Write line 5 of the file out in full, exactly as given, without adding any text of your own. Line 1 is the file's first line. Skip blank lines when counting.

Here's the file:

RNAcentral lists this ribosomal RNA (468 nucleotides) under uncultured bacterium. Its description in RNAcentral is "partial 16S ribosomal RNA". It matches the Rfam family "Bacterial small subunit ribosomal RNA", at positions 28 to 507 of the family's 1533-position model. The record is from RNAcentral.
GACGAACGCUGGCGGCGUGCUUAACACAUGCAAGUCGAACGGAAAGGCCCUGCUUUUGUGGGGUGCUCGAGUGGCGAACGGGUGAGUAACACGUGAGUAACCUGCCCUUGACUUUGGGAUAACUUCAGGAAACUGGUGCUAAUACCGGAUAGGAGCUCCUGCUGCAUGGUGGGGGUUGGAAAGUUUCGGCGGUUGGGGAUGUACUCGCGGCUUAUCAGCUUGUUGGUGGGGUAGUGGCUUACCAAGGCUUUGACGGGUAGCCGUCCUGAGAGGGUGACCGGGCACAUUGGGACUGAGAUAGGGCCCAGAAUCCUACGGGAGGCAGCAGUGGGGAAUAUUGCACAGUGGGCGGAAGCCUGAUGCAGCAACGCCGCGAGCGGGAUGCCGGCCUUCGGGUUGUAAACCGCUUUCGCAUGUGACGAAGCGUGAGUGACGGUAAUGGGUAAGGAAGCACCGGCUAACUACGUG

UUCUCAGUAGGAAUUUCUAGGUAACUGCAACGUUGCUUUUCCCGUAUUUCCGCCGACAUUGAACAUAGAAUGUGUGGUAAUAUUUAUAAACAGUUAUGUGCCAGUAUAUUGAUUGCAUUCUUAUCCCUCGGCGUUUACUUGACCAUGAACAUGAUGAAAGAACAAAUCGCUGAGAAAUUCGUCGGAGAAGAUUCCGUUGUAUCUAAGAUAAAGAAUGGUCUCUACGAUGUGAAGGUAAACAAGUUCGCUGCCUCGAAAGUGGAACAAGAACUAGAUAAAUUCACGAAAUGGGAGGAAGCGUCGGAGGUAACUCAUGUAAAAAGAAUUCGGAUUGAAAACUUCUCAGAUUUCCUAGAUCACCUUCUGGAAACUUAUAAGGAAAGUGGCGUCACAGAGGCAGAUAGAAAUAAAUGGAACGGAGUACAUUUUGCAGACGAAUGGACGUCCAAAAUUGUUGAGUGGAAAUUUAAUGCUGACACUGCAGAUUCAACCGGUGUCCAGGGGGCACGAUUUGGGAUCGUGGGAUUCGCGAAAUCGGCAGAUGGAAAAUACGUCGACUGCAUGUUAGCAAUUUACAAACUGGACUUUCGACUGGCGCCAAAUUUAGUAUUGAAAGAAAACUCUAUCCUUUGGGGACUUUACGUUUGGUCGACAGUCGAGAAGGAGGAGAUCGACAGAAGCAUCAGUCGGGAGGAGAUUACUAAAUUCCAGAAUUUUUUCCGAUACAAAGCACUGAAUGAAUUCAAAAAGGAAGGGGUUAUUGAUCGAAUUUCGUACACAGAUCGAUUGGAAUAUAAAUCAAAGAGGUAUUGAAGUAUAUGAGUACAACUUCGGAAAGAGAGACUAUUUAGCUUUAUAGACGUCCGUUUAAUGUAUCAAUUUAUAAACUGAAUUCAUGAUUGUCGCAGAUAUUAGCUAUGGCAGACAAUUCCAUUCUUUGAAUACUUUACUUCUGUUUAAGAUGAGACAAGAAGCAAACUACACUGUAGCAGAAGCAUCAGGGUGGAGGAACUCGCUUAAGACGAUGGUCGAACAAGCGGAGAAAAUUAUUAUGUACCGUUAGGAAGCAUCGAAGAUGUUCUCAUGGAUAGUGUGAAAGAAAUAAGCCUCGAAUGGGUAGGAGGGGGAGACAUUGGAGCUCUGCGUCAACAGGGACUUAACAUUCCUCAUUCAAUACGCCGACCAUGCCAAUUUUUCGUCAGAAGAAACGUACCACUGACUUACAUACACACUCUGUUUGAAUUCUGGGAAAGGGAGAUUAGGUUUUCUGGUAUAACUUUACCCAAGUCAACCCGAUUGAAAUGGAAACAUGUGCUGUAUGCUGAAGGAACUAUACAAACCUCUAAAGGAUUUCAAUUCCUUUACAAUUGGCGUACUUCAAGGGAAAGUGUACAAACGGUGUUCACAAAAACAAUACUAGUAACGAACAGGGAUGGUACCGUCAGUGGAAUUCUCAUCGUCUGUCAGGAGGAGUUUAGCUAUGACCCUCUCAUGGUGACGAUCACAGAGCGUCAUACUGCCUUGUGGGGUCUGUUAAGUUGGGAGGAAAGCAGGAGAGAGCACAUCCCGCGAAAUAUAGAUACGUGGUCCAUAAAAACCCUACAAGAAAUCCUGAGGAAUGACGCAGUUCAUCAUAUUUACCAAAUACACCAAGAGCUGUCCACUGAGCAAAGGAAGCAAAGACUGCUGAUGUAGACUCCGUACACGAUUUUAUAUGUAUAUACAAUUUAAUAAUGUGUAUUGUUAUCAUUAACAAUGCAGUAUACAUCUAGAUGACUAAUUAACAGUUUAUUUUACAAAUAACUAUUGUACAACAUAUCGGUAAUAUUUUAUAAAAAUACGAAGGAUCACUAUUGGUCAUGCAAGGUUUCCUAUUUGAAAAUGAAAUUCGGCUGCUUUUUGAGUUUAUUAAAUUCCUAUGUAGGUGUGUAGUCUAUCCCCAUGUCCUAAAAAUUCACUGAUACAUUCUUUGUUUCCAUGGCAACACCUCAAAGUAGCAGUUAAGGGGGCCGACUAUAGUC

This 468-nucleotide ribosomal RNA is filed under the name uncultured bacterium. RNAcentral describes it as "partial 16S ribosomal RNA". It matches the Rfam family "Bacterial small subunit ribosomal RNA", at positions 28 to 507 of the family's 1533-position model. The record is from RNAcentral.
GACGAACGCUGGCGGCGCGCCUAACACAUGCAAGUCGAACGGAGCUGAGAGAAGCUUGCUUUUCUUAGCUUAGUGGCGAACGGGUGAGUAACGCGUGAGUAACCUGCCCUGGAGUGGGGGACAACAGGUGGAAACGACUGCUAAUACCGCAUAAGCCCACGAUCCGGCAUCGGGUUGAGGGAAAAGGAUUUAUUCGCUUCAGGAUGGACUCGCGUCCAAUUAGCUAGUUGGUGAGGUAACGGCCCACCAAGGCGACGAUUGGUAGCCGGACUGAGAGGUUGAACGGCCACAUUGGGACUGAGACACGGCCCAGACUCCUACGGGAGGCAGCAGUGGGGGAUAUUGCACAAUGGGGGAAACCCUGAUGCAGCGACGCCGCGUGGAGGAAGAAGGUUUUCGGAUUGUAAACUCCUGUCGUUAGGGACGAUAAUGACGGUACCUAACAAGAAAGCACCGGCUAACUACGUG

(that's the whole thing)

GACGAACGCUGGCGGCGCGCCUAACACAUGCAAGUCGAACGGAGCUGAGAGAAGCUUGCUUUUCUUAGCUUAGUGGCGAACGGGUGAGUAACGCGUGAGUAACCUGCCCUGGAGUGGGGGACAACAGGUGGAAACGACUGCUAAUACCGCAUAAGCCCACGAUCCGGCAUCGGGUUGAGGGAAAAGGAUUUAUUCGCUUCAGGAUGGACUCGCGUCCAAUUAGCUAGUUGGUGAGGUAACGGCCCACCAAGGCGACGAUUGGUAGCCGGACUGAGAGGUUGAACGGCCACAUUGGGACUGAGACACGGCCCAGACUCCUACGGGAGGCAGCAGUGGGGGAUAUUGCACAAUGGGGGAAACCCUGAUGCAGCGACGCCGCGUGGAGGAAGAAGGUUUUCGGAUUGUAAACUCCUGUCGUUAGGGACGAUAAUGACGGUACCUAACAAGAAAGCACCGGCUAACUACGUG